Noah was a righteous man, blameless among the people of his time, and he walked with God. 10 Noah had three sons: Shem, Ham and Japheth.
Ge 6:11 Now the earth was corrupt in God’s sight and was full of violence. 12 God saw how corrupt the earth had become, for all the people on earth had corrupted their ways. 13 So God said to Noah, “I am going to put an end to all people, for the earth is filled with violence because of them. I am surely going to destroy both them and the earth. 14 So make yourself an ark of cypress wood; make rooms in it and coat it with pitch inside and out. 15 This is how you are to build it: The ark is to be 450 feet long, 75 feet wide and 45 feet high. 16 Make a roof for it and finish the ark to within 18 inches of the top. Put a door in the side of the ark and make lower, middle and upper decks. 17 I am going to bring floodwaters on the earth to destroy all life under the heavens, every creature that has the breath of life in it. Everything on earth will perish. 18 But I will establish my covenant with you, and you will enter the ark—you and your sons and your wife and your sons’ wives with you. 19 You are to bring into the ark two of all living creatures, male and female, to keep them alive with you. 20 Two of every kind of bird, of every kind of animal and of every kind of creature that moves along the ground will come to you to be kept alive. 21 You are to take every kind of food that is to be eaten and store it away as food for you and for them.”
Ge 6:22 Noah did everything just as God commanded him.
And the flood did come. And every living person and creature died, except those on the ark.
Even back in Genesis, people pushed God too far, and He responded.
In Exodus, people pushed God too far and He responded.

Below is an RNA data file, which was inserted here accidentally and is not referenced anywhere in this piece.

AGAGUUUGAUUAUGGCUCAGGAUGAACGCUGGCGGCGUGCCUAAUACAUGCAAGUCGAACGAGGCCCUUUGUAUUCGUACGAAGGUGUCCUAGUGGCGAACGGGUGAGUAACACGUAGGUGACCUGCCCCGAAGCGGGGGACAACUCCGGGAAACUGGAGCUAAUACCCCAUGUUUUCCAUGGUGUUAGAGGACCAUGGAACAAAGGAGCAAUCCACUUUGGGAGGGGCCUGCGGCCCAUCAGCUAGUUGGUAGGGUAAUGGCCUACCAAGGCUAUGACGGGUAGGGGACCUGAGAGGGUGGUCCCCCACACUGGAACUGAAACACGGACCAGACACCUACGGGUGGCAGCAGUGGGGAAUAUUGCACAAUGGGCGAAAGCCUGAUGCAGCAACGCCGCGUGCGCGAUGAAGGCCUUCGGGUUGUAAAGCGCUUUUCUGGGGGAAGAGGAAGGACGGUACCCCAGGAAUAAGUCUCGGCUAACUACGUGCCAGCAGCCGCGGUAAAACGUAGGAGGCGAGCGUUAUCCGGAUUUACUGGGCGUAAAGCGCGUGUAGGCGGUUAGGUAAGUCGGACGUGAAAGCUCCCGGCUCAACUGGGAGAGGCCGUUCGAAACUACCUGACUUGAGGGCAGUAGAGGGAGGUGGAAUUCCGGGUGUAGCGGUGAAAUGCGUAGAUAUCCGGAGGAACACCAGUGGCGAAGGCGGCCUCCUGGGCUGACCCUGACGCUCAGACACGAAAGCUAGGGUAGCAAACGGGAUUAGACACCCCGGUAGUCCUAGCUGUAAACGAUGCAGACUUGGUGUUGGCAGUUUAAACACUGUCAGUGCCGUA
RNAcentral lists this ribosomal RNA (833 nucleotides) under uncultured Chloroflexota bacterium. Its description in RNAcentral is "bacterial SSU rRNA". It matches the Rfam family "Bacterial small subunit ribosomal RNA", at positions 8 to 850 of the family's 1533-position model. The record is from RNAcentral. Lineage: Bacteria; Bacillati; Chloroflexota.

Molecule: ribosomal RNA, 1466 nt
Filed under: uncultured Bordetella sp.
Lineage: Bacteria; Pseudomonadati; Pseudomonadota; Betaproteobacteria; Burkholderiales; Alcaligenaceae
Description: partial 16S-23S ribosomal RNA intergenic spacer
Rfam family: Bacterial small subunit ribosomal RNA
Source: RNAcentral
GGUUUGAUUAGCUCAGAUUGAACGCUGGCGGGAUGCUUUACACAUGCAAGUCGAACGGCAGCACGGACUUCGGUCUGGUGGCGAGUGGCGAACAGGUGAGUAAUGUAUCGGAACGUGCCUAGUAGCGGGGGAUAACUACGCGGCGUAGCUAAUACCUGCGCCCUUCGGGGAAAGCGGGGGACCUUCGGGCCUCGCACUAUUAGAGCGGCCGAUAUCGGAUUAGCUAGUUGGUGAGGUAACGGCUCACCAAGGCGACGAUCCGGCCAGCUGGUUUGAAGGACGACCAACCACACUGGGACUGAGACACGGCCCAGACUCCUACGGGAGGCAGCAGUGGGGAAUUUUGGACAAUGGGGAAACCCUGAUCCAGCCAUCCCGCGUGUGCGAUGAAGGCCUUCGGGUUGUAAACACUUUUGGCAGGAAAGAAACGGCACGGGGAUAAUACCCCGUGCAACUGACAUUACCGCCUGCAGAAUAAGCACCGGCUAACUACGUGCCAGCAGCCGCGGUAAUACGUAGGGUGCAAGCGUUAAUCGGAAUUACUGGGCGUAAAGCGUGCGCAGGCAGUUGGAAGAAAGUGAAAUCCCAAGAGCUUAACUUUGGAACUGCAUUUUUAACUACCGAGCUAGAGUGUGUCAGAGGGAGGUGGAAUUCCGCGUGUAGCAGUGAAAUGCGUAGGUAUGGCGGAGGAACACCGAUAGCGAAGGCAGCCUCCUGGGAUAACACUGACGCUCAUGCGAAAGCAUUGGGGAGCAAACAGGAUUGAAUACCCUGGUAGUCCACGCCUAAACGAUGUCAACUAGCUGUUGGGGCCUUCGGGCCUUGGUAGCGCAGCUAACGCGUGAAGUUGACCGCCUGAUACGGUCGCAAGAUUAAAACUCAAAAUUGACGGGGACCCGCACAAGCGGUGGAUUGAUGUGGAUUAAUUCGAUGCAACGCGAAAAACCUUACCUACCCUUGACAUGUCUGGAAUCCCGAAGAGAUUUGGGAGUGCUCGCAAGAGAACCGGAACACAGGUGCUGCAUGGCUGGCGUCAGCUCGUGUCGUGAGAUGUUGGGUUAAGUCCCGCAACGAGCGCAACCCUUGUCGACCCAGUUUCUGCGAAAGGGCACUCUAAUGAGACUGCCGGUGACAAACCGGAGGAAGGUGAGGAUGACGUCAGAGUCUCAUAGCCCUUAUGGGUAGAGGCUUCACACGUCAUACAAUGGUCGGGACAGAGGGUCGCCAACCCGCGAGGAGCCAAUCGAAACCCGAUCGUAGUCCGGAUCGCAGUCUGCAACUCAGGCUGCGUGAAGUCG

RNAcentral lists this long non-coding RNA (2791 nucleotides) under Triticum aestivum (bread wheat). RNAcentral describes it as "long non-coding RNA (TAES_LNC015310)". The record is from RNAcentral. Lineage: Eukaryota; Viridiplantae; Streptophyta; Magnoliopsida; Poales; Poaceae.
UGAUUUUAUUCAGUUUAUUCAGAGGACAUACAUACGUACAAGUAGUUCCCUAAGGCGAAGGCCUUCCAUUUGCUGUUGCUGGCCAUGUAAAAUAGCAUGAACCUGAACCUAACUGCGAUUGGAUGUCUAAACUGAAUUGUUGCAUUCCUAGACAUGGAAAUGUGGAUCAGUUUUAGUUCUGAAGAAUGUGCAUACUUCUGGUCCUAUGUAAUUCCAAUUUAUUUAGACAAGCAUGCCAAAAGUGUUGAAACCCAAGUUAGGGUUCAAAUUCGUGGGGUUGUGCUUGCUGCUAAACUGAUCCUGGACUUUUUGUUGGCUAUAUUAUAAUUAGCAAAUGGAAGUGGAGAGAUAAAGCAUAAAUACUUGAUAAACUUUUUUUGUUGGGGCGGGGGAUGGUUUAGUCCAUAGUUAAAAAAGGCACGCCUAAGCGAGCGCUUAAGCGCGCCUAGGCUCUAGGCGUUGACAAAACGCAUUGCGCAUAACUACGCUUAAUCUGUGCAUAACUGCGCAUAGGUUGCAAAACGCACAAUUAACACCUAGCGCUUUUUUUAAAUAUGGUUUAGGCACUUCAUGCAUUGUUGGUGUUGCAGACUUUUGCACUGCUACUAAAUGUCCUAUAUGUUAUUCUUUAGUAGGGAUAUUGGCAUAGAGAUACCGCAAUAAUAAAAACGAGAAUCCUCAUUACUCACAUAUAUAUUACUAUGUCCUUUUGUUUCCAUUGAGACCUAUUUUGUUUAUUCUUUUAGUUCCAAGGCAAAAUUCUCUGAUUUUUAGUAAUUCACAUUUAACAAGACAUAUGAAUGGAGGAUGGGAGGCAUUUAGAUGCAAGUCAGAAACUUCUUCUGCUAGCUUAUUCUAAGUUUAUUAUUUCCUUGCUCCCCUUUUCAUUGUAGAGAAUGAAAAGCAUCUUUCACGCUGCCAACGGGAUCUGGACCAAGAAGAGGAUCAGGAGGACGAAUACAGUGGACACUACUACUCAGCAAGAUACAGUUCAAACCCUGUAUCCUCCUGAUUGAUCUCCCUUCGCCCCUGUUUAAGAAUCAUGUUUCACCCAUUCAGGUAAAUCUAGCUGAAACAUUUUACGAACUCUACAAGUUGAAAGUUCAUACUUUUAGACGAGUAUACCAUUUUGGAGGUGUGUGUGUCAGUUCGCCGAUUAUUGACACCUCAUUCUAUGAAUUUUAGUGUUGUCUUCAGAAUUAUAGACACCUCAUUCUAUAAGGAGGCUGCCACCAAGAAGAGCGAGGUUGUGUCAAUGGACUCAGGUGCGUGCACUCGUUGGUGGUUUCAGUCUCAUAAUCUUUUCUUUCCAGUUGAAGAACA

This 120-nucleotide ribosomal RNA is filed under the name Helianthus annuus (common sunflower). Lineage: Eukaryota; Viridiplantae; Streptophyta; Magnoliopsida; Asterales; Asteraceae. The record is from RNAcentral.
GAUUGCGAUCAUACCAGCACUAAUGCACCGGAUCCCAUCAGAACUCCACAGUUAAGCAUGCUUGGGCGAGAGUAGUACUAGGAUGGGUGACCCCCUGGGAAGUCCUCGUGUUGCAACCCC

In Habakkuk’s time. people pushed God too far, and it appears that He will respond again. (BTW – there were other ties as well – with similar responses from God.) And no doubt all of these came as a shock to many of the people at the time these things happened. I suspect it’s not what people have in mind today either.
But maybe you say – this is all Old Testament stuff. It doesn’t apply any more. Jesus changed all that. Really?
Mt 5:17 “Do not think that I have come to abolish the Law or the Prophets; I have not come to abolish them but to fulfill them. 18 I tell you the truth, until heaven and earth disappear, not the smallest letter, not the least stroke of a pen, will by any means disappear from the Law until everything is accomplished. 19 Anyone who breaks one of the least of these commandments and teaches others to do the same will be called least in the kingdom of heaven, but whoever practices and teaches these commands will be called great in the kingdom of heaven. 20 For I tell you that unless your righteousness surpasses that of the Pharisees and the teachers of the law, you will certainly not enter the kingdom of heaven.
This isn’t sounding so good.
Yes – Jesus taught grace and forgiveness. But He also taught that at some point, thee would be an end to the grace and forgiveness. At some point, we have to make a choice. A choice to either accept God’s offer of grace and forgiveness – or to turn it down. That point comes either when we pass from this earth or when God says “it’s over” – whichever comes first. The thing is, we don’t know when either of those things is going to happen. Better to choose right now if you haven’t already. But if not now, then the sooner the better.
Or maybe you’re thinking it isn’t really going to be this way?
Maybe He didn’t really mean it?
Maybe it doesn’t really mean what it sounds like.
Surely Jesus doesn’t mean that God will continue to deal with evil people the same way as in the Old Testament?
Let’s see what the New Testament says about that.
Ac 13:38 “Therefore, my brothers, I want you to know that through Jesus the forgiveness of sins is proclaimed to you. 39 Through him everyone who believes is justified from everything you could not be justified from by the law of Moses. 40 Take care that what the prophets have said does not happen to you:
Ac 13:41 “ ‘Look, you scoffers,
wonder and perish,
for I am going to do something in your days
that you would never believe,
even if someone told you.’ ”
Oops. That kind of sounds familiar.